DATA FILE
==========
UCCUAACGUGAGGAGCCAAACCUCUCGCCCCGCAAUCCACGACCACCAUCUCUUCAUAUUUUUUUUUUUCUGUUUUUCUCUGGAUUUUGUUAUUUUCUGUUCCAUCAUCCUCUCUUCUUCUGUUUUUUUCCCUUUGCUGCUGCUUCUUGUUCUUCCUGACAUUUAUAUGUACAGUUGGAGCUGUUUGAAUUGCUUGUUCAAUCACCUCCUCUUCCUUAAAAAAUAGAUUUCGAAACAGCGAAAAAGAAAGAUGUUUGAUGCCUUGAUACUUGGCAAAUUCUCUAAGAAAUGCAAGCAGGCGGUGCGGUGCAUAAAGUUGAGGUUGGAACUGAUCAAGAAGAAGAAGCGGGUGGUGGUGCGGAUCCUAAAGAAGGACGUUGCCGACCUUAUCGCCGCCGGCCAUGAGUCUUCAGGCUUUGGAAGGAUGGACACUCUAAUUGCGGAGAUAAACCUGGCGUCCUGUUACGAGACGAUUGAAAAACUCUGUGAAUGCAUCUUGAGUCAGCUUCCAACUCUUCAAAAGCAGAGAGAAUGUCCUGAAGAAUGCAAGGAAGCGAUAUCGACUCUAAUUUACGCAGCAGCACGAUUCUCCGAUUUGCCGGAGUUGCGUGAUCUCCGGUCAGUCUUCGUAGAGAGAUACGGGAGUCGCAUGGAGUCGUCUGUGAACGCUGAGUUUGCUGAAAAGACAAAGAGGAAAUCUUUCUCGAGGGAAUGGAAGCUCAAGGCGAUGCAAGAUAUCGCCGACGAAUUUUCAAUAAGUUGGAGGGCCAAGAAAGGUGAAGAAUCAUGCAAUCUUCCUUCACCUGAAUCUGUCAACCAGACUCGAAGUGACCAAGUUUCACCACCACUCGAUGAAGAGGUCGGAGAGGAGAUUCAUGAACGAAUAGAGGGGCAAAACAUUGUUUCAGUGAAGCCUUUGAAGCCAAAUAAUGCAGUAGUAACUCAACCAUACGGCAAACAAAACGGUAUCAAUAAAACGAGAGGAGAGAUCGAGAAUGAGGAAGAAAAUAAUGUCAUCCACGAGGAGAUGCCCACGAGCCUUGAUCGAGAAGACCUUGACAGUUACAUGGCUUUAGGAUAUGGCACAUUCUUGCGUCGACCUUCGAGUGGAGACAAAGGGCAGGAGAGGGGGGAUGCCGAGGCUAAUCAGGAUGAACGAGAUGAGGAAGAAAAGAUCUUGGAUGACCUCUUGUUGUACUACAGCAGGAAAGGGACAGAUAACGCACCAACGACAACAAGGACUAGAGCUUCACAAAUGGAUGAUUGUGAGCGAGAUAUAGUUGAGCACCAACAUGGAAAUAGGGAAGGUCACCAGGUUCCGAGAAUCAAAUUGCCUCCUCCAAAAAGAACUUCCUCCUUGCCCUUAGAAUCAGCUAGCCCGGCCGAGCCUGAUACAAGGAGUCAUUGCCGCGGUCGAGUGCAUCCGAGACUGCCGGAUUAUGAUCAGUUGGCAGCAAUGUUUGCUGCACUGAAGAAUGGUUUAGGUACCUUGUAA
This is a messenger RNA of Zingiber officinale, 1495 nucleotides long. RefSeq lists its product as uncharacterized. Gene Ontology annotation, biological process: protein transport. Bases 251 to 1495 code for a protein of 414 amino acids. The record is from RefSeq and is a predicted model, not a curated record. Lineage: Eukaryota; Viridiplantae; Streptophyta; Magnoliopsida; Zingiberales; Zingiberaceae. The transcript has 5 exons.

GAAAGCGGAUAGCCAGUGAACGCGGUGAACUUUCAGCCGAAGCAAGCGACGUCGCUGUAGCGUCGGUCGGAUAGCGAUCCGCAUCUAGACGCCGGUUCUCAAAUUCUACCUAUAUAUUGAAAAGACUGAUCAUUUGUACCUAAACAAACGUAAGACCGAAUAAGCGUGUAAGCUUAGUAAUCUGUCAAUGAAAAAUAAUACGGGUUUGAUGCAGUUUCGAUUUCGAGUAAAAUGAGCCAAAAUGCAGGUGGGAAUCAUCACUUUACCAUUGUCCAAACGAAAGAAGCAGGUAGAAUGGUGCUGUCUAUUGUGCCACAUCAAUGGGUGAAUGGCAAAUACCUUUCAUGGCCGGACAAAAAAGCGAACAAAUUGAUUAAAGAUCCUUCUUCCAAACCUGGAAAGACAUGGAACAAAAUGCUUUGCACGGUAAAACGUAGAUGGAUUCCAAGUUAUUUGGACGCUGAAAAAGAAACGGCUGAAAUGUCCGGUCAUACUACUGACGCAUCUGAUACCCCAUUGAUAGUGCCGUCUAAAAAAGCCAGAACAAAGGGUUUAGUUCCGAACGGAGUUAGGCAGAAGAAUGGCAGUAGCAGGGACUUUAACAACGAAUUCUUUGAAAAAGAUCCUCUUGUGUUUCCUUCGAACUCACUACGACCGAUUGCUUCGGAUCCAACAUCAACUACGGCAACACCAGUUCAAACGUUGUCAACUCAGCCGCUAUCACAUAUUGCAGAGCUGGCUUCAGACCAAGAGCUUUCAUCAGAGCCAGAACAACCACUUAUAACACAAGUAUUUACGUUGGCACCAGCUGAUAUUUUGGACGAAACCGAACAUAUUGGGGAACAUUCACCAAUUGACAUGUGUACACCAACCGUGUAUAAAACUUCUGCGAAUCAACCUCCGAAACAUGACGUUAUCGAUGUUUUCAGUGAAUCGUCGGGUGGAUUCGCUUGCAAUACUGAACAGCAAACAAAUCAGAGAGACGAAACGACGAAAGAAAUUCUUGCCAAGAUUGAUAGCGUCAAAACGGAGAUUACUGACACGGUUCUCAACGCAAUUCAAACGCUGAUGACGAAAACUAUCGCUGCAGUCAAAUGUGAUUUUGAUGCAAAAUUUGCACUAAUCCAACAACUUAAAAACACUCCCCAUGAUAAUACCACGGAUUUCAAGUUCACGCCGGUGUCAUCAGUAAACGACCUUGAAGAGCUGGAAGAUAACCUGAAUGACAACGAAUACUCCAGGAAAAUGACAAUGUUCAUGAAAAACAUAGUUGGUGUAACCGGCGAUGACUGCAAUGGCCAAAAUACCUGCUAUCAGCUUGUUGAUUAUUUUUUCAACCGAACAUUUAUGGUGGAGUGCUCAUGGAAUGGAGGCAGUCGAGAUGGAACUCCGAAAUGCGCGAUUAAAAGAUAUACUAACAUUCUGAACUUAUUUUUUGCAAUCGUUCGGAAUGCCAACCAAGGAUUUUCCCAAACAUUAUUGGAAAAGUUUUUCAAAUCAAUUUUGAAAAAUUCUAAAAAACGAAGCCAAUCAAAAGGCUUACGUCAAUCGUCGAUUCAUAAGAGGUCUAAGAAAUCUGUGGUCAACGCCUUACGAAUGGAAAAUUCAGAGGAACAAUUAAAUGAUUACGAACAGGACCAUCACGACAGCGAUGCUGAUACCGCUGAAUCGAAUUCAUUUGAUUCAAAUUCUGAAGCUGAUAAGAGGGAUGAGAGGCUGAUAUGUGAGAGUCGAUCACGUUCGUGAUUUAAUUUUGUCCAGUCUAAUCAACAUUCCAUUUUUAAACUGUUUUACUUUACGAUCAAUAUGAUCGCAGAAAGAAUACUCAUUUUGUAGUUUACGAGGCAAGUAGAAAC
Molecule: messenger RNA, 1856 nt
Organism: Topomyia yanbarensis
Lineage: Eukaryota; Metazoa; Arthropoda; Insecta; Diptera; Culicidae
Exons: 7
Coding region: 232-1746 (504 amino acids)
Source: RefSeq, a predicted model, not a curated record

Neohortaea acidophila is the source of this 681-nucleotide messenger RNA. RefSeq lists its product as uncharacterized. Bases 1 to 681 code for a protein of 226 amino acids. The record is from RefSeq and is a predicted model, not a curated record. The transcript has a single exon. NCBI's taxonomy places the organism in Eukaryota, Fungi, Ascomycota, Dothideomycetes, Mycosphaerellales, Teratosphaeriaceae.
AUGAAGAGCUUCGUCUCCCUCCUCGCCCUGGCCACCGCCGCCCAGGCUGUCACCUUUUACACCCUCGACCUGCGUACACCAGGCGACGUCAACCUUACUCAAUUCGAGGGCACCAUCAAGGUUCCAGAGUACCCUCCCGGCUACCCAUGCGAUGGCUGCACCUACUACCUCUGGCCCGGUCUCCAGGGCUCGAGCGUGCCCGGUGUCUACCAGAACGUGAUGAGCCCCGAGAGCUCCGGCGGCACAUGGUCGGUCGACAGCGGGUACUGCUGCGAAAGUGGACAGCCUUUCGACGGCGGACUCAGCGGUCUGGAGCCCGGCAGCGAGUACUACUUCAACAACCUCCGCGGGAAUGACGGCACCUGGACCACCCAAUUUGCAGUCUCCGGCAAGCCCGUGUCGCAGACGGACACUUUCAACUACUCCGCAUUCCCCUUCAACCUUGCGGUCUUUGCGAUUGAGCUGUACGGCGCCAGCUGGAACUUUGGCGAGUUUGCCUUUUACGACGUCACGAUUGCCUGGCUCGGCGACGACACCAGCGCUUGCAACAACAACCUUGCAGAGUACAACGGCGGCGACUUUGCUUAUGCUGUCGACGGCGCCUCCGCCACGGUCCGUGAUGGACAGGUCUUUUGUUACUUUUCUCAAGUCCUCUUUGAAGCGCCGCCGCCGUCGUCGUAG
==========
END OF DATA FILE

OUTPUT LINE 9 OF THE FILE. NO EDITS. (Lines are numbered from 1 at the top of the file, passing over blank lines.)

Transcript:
Source: RefSeq, a predicted model, not a curated record